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Regent Park's One Cole: a look at Toronto neighbourhood renewal & lessons learnt after opening

In the competitive business of selling condos, flashy features like floor-to-ceiling windows and granite countertops are classic ways to convert a ditherer into a buyer. Back in 2006, when the Toronto Community Housing Corporation (TCH) issued a call for proposals for a condo development that would lead the redevelopment of Regent Park, The Daniels Corporation's Martin Blake realized that it would take more than bells and whistles to make the project work.

The criteria for the redevelopment of Regent Park -- which, over 10 years, will replace the rundown and ill-reputed 1940s social housing buildings with a modern mix of rent-geared-to-income and market-value housing, as well as commercial and community amenities the area has always lacked -- were strict. TCH not only wanted its own rental buildings to raise the bar for environmental sustainability (and so save itself money in the long term), it wanted Regent Park's for-profit developments to be green, too. And each project would have to pass the muster of a design review panel.

When it won the contract for phase one that included four high-rises and five townhouses, The Daniels Corporation received a set of guidelines that had made other developers balk. The condo project One Cole, made up of 293 residential units plus a Sobeys, an RBC and a Tim Hortons as retail anchors, was required to be LEED Gold. Short for Leadership in Energy and Environmental Design, the internationally recognized certification demonstrates that the builder has taken extra measures to make the building energy and water efficient and eco-friendly. Initiatives like dual-flush toilets, energy-efficient lighting and state-of-the-art heating and cooling units drive up the cost of building, but are traditionally are not seen as the most effective consumer enticements. In the case of some LEED Gold criteria -- like limiting the amount of glass used in the building in order to reduce heat loss, so bye-bye floor-to-ceiling windows -- the results can turn some buyers off.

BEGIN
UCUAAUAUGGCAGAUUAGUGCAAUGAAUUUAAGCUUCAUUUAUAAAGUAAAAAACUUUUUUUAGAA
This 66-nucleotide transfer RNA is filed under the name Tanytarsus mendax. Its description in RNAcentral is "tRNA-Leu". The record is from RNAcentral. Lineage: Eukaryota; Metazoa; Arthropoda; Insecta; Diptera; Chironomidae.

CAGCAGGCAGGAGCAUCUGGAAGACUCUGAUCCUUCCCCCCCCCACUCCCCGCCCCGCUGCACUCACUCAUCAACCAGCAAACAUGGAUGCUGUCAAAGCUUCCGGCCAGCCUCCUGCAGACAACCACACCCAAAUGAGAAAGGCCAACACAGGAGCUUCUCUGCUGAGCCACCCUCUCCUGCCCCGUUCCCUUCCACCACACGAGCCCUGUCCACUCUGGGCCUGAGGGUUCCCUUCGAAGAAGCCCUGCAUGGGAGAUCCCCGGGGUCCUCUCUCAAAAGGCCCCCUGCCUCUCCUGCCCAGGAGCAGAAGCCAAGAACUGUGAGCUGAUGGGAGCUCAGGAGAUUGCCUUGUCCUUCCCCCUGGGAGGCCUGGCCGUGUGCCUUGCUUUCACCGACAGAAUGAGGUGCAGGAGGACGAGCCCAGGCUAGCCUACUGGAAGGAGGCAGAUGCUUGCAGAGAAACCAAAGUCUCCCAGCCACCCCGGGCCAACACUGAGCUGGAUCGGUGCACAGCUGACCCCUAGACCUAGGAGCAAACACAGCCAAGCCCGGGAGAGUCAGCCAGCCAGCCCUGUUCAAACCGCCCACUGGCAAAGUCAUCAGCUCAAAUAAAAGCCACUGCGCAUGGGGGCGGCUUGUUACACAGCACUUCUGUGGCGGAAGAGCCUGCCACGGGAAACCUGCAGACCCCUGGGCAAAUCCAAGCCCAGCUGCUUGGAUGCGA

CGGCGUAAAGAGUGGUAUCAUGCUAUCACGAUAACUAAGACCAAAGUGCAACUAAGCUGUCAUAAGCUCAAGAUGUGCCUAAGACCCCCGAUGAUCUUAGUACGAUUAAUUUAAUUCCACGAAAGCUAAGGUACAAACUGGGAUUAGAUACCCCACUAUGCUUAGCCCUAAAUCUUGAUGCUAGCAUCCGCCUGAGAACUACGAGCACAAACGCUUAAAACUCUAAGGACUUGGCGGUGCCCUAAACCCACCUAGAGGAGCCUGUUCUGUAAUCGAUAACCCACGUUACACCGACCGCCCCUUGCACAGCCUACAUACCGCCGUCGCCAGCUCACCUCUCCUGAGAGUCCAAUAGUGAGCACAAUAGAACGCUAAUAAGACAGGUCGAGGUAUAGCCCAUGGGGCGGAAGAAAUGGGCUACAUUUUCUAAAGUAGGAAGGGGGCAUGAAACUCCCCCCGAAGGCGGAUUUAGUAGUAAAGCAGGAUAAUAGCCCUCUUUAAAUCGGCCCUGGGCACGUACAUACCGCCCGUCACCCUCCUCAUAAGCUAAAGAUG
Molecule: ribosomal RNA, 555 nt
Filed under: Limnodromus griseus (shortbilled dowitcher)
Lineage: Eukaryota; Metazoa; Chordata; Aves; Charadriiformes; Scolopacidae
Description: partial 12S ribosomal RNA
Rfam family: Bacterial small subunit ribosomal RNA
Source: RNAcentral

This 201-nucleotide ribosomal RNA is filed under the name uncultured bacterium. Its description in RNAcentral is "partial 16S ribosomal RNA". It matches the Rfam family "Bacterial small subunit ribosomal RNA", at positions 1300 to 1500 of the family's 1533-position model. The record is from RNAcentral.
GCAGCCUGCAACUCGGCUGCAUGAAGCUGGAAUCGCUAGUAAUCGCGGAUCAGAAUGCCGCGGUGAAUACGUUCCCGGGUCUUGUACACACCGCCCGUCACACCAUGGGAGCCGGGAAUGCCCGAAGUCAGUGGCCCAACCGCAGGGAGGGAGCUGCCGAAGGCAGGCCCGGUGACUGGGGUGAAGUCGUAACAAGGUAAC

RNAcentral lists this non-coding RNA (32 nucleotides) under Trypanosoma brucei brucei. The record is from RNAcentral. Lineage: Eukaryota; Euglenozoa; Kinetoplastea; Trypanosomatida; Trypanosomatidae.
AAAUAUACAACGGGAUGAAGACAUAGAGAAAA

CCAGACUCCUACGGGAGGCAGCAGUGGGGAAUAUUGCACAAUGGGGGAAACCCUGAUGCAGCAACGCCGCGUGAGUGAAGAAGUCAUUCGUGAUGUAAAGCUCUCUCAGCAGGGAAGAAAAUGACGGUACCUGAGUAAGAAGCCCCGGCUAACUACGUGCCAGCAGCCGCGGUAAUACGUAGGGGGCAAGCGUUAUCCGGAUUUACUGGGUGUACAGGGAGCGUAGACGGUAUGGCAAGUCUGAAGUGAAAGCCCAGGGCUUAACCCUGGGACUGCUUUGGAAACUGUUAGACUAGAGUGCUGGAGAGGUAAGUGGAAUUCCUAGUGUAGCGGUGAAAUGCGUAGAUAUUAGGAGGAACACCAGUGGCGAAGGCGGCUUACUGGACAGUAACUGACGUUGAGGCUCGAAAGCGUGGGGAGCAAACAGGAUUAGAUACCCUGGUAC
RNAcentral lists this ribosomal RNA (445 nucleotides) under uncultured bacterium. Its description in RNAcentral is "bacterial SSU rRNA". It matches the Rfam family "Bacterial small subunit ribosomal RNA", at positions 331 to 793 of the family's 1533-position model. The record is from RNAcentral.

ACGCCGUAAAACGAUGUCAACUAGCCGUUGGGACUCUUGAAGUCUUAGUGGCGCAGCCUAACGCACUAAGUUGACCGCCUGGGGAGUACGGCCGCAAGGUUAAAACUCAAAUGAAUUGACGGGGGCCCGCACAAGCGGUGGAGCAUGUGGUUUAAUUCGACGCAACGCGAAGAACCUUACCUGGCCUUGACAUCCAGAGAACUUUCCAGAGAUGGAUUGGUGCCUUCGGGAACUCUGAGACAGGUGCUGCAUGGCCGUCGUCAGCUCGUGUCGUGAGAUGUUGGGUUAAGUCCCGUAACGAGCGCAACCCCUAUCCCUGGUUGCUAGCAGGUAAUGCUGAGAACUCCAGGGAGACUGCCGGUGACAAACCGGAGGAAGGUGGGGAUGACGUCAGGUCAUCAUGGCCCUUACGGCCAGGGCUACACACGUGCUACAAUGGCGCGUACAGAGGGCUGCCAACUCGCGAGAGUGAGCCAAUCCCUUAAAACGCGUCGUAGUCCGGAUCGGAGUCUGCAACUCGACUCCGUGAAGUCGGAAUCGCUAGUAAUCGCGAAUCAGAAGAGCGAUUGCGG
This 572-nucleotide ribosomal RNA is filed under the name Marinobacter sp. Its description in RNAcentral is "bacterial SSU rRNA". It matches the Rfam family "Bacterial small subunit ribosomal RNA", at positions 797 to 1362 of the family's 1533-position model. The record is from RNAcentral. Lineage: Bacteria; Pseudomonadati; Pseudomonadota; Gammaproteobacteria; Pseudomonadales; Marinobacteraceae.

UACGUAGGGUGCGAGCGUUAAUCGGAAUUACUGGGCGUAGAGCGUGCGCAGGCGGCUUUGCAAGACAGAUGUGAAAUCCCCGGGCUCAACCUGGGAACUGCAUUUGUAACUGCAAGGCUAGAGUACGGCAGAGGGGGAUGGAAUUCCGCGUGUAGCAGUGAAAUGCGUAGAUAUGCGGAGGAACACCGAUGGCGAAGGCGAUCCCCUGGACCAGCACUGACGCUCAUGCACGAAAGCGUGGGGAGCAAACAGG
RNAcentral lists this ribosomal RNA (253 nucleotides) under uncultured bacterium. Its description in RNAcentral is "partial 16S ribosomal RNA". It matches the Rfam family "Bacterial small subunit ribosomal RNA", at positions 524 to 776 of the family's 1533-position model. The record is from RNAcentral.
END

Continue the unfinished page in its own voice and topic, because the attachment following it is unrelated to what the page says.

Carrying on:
"The challenge is getting people past the granite countertops," says Blake, vice president of project implementation at Daniels. "We really had to clear the decks and make sure it was head and shoulders above anything else you could buy."

One Cole, which officially opened for occupancy this summer, not only sold out quickly, it won a Green Toronto Award for its design and helped Daniels win the contract as partner for the rest of Regent Park's 69-acre redevelopment. For Daniels and Diamond+Schmitt Architects, the strict rules weren't just a headache -- although they sometimes were that -- they were an opportunity to push the limits of what they could squeeze into a building without sacrificing the flash.

"The thing we're most proud of is that the energy efficiency is 43 percent better than the national model building," says Blake. "But we spent a lot of time making sure people don't see any difference. Their carbon footprint is dramatically reduced but, in the suites, they don't even notice."